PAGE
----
The Beam family has preserved their reputation as dedicated and accomplished distillery owners, bourbon crafters, and businessmen for more than 200 years. Jim Beam’s quality bourbon has been in production since the 18th century and prevailed through prohibition. Seven generations later, the Beam company continues to evolve with the help of their determined employees.
If you ask Marvin Stone, maintenance supervisor at the Booker Noe plant in Kentucky, he will tell you that Beam’s supportive environment is an essential piece to the companies success.
“I have never worked anywhere before where they were so friendly and willing to do things for you,” he said. “Jim Beam is a family. I didn’t understand it when I first started, but then I realized -- I came for the money and stayed for the people.”
Although he has been the Maintenance Supervisor for six years at the Booker Noe location, Stone will be fulfilling his 20th year with the Jim Beam company in March. He started his career in 1993 as a maintenance technician and later underwent a four-year apprenticeship. After several jobs, he was offered a supervisor role with Beam in 2006. Now he is in direct communication with the hourly personnel and assimilated to all walks of life.
“It’s about learning how to deal with people, without knowing how they think or do the things they do,” he said. “You need to learn how to react to them. Some people wear their hearts on their sleeves, while others are tougher.”
A typical day in the life of the Maintenance Supervisor includes daily tasks of prioritizing and assigning jobs, coordinating with different departments for machine access, contacting third party contractors, and routine inspections from a preventative maintenance program that thoroughly assesses machinery. The Booker Noe plant fills up barrels with Bourbon and ships them to Clermont for packaging. Stone ensures that vessels are clean, alcohol has been evaporated, and reports to the Senior Supervisors and Managers.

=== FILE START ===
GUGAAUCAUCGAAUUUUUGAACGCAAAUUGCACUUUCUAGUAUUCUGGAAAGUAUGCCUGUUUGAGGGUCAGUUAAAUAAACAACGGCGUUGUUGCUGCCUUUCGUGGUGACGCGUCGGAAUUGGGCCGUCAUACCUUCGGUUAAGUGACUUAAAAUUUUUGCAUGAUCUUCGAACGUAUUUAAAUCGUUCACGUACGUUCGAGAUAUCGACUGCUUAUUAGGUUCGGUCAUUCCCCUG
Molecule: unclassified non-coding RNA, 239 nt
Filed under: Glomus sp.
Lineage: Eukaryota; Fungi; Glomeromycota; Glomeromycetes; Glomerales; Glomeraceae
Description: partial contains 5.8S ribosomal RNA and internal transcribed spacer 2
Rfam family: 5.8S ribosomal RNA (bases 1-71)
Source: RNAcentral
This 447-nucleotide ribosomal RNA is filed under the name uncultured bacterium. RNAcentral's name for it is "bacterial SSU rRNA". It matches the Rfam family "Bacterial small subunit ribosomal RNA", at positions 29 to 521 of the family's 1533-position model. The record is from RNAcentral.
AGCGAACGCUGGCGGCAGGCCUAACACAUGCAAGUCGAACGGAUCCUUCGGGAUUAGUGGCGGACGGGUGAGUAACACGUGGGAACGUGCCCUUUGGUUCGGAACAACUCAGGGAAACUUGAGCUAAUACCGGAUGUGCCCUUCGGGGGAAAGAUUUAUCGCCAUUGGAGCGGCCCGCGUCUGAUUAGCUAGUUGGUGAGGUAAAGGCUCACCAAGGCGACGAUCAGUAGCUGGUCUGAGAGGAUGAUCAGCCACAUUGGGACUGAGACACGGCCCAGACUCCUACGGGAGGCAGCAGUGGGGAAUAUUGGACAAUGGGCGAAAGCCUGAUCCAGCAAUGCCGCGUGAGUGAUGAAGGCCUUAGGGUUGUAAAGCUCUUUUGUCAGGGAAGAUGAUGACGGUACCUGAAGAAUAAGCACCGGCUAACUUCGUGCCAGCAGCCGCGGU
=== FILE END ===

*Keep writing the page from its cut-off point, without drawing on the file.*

Booker Noe is the largest plant with more land than its sister sites, and functions as the primary storage center for Beam Bourbon. The plant consists of nine different departments including distillery, dry house, warehouse, maintenance, re-gage and entry, and the wastewater treatment plant. Beam employees rotate on a 24-hour basis, divided between three different shifts, with a six-day work schedule. With just 67 union, non-union, and salaried employees working at the plant, it’s no wonder they act like family.
But that doesn’t mean the job is without its challenges. Especially for those employees who are working full-time and trying to further their education.
Although he planned to attend class, Stone decided to study through an online school for the freedom in hours and pace. But balancing work and classes is “pretty hard” because “by the time you make that decision you are older and can’t stay up like you used to.”
Looking back on it, Stone said the most important lesson he should have learned was earning an education.
“I didn’t even take the SATs. My father was a maintenance guy for 20 years and I figured I would just follow in his footsteps,” he said. “Once you get out in the world, you learn it’s a very different place.”
Stone remembers falling into the trade school mentality, something he encourages others not to do. “When you’re in skilled trade you don’t look to cross the fence, you are pretty happy with where you are at,” he said. “You run into raising a family and what shift you are working on.” Stone broke the cycle within his family’s future generations by ensuring his kids attain an education.
Even so, he admits he loves working with Beam because they perform as a team. Each person is assigned a different role when a problem arises, and employees work collectively to reach the same goal. “There is no standing on a soapbox,” Stone declares.
Through all the challenges he faces, he still finds time to appreciate the benefits of his environment. Getting to know every employee makes the company more familial.
“It’s a small town and it’s like having a bunch of brothers and sisters. Sometimes you don’t get along but the next day everything is fine.”
Stone has candid suggestions for aspiring technicians.
“I wouldn’t tell people to follow in my footsteps. I climbed over some fences, when I could have just walked through the gates,” he admits. “I just push people to get educated, especially when you’re young. You don’t really know what you want to do, but you know what you don’t want to do.”
Still, Stone remains content at his position and enjoys the ups and downs. “Maintenance is a support group. When you are trying to support everyone’s areas, they often feel like they are the most important,” he says.
However, Stone always remains conscious of the vast distinction of his employees and their departments. “You have to think of the bigger picture. You have to prioritize to get the most out of everything and make everyone happy.”